Standing at night in that ceremonial gateway of the royal center, looking north, one sees the North Star, fixed and unmoving, lying directly above the sikhara of the Virabhadra temple on the summit of Matanga hill. As viewed from that spot, the north pole of the celestial sphere is displaced from the sikhara by only 0.8'. The visual symbolism of that nighttime vista is forceful and commanding, and the cosmological symbolism actually works! The north celestial pole lies on the cosmic axis that passes through Matanga hill. Who could doubt that Matanga hill lies at the center of the universe or that Vijayanagara is a magical and powerful city?
To the south of the gateway is another remarkable example of precise measurement within the royal center. In this case measurement appears to legitimize with cosmic authority the two (public/private) realms of kingship. The largest palace in the Western area balances the 100 column audience hall in the east. The midpoint between their two centers, a fulcrum of kingship lies only a few meters from the north-south axis of the royal center which passes through the celestial north pole and Matanga hill (Fig. 2.7). The respective roles of the king and queen appear thus to be symmetrical and balanced. A symmetry is found in Beijing involving the temples of the sun and moon (Krupp 1989). But here it appears to speak to the fundamental role of the queen as developed in the Ramayana. It also symbolizes a refusal within Hindu mythology to grant precedence of the elemental Male over the Female Energy: the queen as Pakrti or Sakti energizes the ‘inert’ lump of matter that is the male, Purusa, and is just vital for the well-being of the empire as is the king.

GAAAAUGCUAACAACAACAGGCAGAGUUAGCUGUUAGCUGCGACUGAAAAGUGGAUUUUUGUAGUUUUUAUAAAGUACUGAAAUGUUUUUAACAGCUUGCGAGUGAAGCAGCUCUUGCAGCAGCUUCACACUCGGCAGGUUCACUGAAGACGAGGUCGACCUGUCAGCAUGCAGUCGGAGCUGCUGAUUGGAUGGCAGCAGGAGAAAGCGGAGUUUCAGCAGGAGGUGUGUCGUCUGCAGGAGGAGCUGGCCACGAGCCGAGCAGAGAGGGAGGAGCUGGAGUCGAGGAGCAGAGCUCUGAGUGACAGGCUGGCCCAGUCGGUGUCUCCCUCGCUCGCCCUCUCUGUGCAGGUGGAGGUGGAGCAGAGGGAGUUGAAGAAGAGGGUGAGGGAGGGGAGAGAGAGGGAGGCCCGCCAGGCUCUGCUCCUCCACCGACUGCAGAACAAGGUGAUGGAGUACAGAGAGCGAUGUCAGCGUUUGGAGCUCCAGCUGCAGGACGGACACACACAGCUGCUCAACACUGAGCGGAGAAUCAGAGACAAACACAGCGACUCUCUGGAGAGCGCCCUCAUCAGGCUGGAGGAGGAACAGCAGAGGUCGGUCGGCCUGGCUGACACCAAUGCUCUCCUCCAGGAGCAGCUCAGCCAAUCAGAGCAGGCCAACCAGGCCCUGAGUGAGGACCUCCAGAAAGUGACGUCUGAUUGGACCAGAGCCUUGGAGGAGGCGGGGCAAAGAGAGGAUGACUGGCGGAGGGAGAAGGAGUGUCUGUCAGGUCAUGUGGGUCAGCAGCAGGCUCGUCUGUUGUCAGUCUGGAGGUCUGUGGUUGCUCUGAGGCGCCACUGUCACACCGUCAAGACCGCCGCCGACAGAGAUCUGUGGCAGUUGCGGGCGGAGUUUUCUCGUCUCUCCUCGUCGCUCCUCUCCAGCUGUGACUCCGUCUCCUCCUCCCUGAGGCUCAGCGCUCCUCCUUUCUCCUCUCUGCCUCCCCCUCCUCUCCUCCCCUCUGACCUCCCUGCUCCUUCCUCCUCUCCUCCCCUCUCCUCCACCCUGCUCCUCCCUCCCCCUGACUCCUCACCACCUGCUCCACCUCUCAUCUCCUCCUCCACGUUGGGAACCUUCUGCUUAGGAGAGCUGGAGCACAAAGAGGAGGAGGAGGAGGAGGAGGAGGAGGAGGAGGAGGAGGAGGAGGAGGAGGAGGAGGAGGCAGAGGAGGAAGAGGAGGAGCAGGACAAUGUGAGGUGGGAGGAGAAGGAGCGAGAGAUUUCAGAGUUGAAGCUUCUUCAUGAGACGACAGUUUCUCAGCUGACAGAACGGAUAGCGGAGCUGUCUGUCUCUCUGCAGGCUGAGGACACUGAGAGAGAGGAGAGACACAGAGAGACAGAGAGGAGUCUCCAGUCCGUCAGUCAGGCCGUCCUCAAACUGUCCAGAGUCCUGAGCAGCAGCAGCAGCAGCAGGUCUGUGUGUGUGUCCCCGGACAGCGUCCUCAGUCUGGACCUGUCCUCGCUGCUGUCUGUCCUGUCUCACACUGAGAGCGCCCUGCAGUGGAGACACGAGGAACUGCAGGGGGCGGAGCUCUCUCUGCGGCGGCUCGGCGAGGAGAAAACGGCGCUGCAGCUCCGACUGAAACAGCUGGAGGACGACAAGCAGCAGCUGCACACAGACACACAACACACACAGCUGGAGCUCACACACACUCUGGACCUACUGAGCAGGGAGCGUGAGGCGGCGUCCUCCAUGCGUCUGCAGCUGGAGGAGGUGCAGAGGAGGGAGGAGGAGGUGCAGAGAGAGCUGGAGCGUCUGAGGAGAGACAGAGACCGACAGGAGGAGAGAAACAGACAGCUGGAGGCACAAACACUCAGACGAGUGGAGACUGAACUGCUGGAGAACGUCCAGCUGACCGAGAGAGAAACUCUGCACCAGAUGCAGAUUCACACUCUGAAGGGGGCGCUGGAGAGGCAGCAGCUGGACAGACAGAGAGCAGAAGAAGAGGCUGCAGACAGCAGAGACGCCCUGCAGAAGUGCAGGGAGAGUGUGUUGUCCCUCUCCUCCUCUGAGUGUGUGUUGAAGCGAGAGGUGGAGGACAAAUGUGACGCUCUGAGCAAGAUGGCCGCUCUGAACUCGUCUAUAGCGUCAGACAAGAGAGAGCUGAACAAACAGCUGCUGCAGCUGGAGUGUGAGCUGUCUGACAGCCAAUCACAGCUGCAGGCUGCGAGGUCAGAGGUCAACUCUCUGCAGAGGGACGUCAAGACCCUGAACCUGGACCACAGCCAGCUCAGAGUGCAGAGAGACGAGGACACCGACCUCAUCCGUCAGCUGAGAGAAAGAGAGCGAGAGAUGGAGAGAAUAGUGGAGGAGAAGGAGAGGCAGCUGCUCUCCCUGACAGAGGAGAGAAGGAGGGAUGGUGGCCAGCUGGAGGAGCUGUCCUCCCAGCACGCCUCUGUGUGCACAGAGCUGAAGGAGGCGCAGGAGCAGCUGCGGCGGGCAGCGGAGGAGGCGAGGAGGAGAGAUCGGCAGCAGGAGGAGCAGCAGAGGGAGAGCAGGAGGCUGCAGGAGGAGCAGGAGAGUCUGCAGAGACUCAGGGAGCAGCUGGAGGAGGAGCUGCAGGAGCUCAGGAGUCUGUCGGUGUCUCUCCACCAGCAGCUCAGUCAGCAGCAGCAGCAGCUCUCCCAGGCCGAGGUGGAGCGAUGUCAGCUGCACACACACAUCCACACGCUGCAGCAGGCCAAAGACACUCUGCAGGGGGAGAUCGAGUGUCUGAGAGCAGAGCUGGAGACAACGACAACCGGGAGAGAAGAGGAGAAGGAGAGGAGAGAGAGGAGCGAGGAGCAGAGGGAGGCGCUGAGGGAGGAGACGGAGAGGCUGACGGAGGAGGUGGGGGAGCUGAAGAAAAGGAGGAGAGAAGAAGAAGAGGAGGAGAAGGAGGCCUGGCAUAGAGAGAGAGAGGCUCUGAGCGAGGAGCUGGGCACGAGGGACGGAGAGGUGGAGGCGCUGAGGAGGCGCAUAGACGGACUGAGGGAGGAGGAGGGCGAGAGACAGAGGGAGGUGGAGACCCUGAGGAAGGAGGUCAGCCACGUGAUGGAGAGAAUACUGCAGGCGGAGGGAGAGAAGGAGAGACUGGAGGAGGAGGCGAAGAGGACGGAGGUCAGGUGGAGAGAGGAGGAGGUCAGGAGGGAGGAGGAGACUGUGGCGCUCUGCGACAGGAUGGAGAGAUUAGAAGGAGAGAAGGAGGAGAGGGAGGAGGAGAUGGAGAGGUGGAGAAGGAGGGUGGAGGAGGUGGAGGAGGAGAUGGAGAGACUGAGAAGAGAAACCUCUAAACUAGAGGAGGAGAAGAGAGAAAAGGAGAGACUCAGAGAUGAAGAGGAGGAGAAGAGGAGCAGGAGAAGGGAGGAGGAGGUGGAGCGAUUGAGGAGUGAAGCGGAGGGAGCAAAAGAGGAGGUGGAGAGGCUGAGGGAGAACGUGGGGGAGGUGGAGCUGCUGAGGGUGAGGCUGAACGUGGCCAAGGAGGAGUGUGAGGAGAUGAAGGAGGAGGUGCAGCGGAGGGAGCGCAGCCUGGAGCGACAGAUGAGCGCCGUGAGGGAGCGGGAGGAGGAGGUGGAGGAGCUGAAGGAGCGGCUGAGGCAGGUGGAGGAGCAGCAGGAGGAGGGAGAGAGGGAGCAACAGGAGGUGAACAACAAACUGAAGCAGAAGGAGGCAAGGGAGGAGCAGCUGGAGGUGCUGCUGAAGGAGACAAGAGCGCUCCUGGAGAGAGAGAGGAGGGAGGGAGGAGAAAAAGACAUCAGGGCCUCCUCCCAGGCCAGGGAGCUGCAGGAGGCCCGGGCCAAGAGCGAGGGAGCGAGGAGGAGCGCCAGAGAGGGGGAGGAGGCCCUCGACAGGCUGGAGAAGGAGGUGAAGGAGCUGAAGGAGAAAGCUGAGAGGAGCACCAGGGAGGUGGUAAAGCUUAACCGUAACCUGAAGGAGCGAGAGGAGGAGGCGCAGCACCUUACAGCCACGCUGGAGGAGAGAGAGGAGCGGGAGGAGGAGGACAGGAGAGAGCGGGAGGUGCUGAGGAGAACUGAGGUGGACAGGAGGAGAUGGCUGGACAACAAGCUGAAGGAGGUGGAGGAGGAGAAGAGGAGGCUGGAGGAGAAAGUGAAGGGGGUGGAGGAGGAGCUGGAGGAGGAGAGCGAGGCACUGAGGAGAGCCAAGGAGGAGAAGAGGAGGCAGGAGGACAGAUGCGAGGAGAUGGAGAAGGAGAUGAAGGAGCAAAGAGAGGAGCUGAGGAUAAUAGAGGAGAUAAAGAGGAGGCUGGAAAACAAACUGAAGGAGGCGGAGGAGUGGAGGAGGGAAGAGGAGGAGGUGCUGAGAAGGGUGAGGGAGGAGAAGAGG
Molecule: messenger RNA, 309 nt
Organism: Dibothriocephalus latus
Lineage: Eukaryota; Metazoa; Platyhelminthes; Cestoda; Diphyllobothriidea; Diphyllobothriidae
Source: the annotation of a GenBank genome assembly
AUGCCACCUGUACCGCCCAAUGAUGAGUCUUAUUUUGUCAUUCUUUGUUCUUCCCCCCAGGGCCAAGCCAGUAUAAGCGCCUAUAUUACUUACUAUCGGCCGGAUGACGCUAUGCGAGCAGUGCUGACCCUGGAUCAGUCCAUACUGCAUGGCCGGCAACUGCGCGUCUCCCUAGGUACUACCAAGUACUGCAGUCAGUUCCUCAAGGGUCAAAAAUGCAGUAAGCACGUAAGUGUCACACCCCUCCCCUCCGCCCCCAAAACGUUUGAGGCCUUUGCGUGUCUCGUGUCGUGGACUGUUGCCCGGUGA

Fig. 2.1: The interior of a massive star just before the collapse which triggers the supernova explosion showing the layers containing different elements.
Fig. 2.2: The Aztec sun stone. The sun god, Tonatiuh, is in the center. The next ring contains depictions of the four great ages of the world, destroyed successively by Jaguars, wind, rain of fire, and water. The next ring contains the twenty days of the week which comprise the 260 day sacred calendar. Cimi (Maya) or Miquiztli (Aztec) representing death is indicated (after Coe).
Fig. 2.3: Newgrange. The cross-section of the mound and a view from above showing the orientation of the passage to the rising sun at winter solstice (after O'Brien).
Fig. 2.4: Stonehenge, showing alignments to the major cyclic positions of the sun and moon (Griffith Observatory).